Aquino, chairman of the LP, also reminded legislators of their discussion in the dying weeks of his presidency: to remain in the majority and help the new administration. The former president’s support helped seal the deal. 

Aquino visibly took a softer stance on Duterte after the latter’s win – a strange sight considering Aquino went all out in hitting the Davao City mayor during the campaign season. His show of goodwill has also extended to a promise not to bash Duterte – at least during Duterte’s first year as president.

It was Belmonte who was tasked to lead efforts to make sure the LP – or at least most of its members – would find a spot in the majority. But as the negotiations progressed, more and more LP members jumped ship to become new members of PDP-Laban. 

“As you can see, I am also partly a failure. Why?  A lot of the people who were introduced here as PDP were in fact LPs at the time when the president told me to help everybody get in. Some people siguro mas apurado kaysa iba… nauna na ‘yung iba (Maybe some people were more eager so they went ahead). But still, this is a substantial group here,” said Belmonte, referring to the 20 or so LP members who showed up at the EDSA Shangri-La on Sunday

Among the LP members who’ve since jumped ship include Ilocos Norte Representative Rudy Fariñas, who is set to be the next majority leader. Fariñas was also present during the Sunday meeting.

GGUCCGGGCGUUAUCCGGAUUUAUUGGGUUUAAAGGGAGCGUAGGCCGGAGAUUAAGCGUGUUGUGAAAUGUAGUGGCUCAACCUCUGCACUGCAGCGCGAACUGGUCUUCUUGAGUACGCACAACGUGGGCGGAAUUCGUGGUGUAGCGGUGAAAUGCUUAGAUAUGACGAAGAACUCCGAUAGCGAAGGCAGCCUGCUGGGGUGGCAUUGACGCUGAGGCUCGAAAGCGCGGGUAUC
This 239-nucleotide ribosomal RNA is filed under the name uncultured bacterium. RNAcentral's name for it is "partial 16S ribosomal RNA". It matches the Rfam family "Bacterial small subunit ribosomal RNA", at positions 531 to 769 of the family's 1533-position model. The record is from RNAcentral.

What’s next for the LP?

Now that the LP has finally decided to join the majority, what happens to its “hardliners” who want to join the minority? What happens to the party which constantly warned the electorate of a “Duterte dictatorship” under a PDP-Laban dominated Congress?

Belmonte expects those who’ve opted out of the majority coalition to eventually become “independents” in the minority. 

As for their differences in the past, Belmonte had this to say: “An election is an election. An election is a place for a conflict of viewpoints, conflict of interest even and so forth. Pero (But) the election is over. It’s time for us to get together and move on as a people.” 

The LP has yet to decide on its new leadership structure moving forward.

Formally, Aquino is still its chairman. 2016 standard-bearer Manuel Roxas II is still its president-on-leave while Belmonte and outgoing Senate President Franklin Drilon are still its vice chairmen. 

Vice President Leni Robredo, who has the highest elective post in the party, is unlikely to take a “leadership role,” said Belmonte, since she plans to concentrate on her work as VP and her appointed post as Duterte’s housing czar

Aquino, meanwhile, is taking a breather and has not played an active role in the party’s movements. – Rappler.com

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Bea Cupin

Bea is a senior multimedia reporter who covers national politics. She's been a journalist since 2011 and has written about Congress, the national police, and the Liberal Party for Rappler.